Key Research

The New Normal: Parents, Teens, Screens, and Sleep in the United States

Key Takeaways:

  • 68 percent of teens take their devices to bed, including almost a third who sleep with them in their beds 
    • This is not conducive to good sleep hygiene
  • Conflicts between kids and parents over mobile device use are less common than they were three years ago
  • This survey is unique in that it addresses how parents and teens see each other’s mobile device use
    • Teens think their parents spend too much time on their own devices
  • In a Common Sense 2016 survey, it was reported that half of teens felt “addicted” to their mobile devices; even more parents (59%) characterized their kids as being addicted
    • Substantially fewer children felt addicted to their mobile devices today than in 2016. Just 39% of teens felt addicted today, compared to 50% in 2016.
    • This could be the result of mobile device “normalization” among children today, many of whom have been surrounded by technology since birth. 
  • Most parents and kids don’t think mobile devices are hurting their relationships
    • Majorities of both parents (55%) and children (72%) say that the use of mobile devices has had no impact on their relationships with each other, but almost one-third of parents think that their child’s use of a mobile device has hurt their relationship with their child (28%). Only 9% of children think their relationship with their parent has been hurt.

 

LiveMore ScreenLess’ Summary

Some researchers express skepticism about technology addiction, likening it to previous moral panics about TV, comic books, or music and say that the connections between mobile device use and poor social-emotional outcomes is poorly understood and underwhelming.  For example, a study by Orben and Przybylski (2019) looked across three large data sets and found that digital technology use could only explain roughly 0.4% of an adolescent’s well-being. But the fact that kids may not actually be “addicted” to their devices doesn’t mean mobile devices aren’t causing issues.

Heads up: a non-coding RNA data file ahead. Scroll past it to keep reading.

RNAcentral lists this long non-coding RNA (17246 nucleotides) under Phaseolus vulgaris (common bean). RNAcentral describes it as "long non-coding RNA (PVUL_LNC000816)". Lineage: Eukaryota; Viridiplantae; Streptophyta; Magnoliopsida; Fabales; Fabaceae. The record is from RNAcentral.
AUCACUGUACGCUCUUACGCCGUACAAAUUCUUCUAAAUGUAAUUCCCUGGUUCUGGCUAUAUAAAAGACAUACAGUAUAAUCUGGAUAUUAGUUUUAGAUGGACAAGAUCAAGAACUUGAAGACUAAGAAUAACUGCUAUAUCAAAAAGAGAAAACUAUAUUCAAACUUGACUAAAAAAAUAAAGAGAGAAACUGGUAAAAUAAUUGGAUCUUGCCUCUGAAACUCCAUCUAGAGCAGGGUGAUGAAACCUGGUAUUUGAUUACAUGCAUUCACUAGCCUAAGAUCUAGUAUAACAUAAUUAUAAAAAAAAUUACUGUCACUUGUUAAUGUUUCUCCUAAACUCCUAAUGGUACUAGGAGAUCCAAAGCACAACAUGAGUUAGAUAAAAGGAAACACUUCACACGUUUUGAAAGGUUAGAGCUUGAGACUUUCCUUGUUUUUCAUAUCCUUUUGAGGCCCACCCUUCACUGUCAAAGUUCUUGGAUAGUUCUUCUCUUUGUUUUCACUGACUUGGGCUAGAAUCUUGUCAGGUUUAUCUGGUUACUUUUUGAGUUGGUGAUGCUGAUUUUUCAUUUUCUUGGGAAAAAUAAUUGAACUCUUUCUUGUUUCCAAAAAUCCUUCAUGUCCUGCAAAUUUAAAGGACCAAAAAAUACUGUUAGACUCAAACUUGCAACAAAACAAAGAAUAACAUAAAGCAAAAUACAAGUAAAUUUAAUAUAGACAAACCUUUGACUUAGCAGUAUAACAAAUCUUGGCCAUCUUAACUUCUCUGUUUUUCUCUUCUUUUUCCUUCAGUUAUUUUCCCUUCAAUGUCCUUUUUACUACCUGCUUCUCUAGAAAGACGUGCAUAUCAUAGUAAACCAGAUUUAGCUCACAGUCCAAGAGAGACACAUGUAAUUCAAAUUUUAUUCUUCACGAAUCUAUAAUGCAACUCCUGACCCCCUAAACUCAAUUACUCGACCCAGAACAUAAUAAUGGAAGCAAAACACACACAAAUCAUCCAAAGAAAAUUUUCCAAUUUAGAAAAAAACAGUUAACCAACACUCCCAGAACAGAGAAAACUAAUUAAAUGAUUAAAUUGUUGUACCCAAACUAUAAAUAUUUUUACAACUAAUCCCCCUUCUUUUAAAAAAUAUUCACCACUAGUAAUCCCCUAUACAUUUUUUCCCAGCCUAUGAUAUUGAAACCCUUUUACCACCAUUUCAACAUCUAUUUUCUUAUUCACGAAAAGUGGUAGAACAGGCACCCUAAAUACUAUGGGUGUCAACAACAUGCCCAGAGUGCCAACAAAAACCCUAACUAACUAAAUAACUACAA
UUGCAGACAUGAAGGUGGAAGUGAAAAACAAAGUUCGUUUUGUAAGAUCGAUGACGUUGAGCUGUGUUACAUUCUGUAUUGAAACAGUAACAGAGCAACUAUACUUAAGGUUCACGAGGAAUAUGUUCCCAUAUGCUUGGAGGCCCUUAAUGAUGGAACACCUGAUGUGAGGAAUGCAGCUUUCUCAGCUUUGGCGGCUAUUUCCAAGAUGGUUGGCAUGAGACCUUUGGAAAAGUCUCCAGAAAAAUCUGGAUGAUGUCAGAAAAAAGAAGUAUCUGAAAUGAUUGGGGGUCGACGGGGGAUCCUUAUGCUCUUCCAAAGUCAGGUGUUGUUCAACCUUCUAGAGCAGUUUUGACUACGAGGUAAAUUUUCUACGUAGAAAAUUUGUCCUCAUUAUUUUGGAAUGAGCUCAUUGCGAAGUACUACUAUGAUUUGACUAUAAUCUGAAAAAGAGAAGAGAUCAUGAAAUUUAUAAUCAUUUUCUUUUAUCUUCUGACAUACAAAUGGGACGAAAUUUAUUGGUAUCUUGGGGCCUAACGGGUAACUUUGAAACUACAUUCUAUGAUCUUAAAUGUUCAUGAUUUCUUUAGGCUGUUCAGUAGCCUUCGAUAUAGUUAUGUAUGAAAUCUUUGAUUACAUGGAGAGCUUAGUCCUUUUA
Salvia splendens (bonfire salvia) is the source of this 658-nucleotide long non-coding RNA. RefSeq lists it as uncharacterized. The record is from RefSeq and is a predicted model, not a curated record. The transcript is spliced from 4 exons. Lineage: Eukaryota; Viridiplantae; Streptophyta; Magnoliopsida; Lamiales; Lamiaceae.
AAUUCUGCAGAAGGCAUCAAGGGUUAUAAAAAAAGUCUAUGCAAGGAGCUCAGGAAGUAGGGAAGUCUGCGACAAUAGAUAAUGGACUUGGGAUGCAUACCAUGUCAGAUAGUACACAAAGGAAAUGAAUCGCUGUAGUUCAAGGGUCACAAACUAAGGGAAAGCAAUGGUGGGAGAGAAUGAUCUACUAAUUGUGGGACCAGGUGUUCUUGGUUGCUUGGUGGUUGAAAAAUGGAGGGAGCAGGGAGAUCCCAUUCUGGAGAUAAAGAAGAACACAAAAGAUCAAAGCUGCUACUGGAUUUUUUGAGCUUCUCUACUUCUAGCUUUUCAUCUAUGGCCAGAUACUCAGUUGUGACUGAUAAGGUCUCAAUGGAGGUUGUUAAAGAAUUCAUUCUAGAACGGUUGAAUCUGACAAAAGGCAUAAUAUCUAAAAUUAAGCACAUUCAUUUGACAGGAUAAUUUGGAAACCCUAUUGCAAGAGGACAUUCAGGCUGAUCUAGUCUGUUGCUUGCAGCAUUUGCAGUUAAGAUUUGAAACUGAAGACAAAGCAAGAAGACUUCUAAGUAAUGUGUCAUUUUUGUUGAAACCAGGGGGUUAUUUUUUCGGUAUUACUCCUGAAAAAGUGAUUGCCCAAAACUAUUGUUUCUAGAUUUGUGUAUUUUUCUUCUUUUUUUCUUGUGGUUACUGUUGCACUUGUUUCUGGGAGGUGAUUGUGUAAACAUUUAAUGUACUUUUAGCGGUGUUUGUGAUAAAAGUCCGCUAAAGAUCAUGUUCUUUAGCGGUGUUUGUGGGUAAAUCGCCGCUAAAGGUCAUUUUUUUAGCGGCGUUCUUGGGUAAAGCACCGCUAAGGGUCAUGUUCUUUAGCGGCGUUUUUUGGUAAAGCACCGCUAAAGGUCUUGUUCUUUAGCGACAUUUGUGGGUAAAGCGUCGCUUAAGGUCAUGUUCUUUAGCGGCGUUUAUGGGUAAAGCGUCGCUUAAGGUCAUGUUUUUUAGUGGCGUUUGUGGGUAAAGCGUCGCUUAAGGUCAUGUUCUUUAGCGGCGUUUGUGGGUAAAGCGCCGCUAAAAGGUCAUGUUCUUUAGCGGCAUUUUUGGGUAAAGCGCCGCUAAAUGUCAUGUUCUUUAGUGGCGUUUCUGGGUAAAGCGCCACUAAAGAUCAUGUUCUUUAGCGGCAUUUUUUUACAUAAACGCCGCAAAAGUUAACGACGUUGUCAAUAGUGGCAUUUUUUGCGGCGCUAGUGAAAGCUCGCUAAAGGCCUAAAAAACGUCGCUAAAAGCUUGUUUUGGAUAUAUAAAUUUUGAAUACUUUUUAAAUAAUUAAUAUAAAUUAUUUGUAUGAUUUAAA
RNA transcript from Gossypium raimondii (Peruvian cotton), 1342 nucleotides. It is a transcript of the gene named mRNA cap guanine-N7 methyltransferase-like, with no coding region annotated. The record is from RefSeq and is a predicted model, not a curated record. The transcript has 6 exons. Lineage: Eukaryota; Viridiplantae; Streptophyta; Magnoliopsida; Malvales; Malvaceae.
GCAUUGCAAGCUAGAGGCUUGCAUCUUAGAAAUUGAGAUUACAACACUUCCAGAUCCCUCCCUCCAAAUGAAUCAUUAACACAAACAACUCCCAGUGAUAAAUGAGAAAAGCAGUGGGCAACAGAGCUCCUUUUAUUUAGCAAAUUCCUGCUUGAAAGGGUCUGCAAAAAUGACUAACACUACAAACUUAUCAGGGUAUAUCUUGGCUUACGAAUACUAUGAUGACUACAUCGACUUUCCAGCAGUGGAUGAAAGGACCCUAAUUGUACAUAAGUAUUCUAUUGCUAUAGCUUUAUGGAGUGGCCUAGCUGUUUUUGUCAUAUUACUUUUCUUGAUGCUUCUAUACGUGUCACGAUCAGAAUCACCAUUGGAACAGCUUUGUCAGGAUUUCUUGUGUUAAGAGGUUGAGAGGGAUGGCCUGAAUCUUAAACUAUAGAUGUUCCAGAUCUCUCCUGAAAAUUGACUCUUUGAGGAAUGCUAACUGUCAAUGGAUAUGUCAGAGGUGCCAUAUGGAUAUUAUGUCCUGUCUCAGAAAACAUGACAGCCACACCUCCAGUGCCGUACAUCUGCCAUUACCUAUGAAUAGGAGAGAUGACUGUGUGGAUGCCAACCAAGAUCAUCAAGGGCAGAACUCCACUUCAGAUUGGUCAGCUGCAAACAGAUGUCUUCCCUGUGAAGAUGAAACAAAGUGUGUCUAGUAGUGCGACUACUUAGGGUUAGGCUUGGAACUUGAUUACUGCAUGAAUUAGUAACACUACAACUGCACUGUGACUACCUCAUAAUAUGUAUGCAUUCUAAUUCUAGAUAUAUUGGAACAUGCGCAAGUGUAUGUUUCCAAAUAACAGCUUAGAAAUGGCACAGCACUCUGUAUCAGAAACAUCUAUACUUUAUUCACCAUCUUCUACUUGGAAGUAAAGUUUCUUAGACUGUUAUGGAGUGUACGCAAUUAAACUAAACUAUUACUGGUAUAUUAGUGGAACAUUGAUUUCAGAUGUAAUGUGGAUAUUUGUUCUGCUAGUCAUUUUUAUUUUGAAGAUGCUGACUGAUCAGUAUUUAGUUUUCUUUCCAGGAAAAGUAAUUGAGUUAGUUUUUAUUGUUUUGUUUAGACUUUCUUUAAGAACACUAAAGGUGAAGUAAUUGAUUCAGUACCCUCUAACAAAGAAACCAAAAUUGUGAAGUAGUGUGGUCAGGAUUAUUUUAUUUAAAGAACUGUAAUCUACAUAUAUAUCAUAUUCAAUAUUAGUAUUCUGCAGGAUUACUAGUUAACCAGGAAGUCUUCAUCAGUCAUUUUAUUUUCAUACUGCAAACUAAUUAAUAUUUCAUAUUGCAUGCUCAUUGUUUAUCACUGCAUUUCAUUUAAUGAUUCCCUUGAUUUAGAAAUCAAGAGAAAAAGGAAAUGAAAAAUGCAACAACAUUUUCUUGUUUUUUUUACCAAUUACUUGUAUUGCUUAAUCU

Parents don’t need a new study or a diagnosis to feel that smartphones and tablets are taking time away from important areas like sleep, family time, academics, or mealtimes

By some estimates, the effects of sleep on teens’ well-being could be as much as 44 times greater than the effects of digital technology use (Orben & Przybylski, 2019). Many studies show that this lack of sleep is due to technology, however.

There has been an 11-point increase in the percentage of teens who felt that their parent spent too much time on mobile device, from 28% in 2016 to 39% in 2019

Substantially fewer children felt addicted to their mobile devices today than in 2016. Just 39% of teens felt addicted today, compared to 50% in 2016.

This could be the result of mobile device “normalization” among children today, many of whom have been surrounded by technology since birth. 

Children see an impact on their relationship with their parent when they believe their parent is addicted to their mobile device. Children who believe their parent is addicted to their device are 18 points more likely to believe that their parent’s behavior has hurt their relationship (20% of children who think their parent is addicted vs. 2% who do not). Similarly, parents who believe their child is addicted to their device are 31 points more likely to believe that their child’s behavior has hurt their relationship (40% of parents who think their child is addicted vs. 9% who do not).

The author of this study recommends finding a balance between use, family time, sleep, and other healthy options. 

Topics: Parenting , Sleep

Year: 2019

Participants: 1,000 parents and children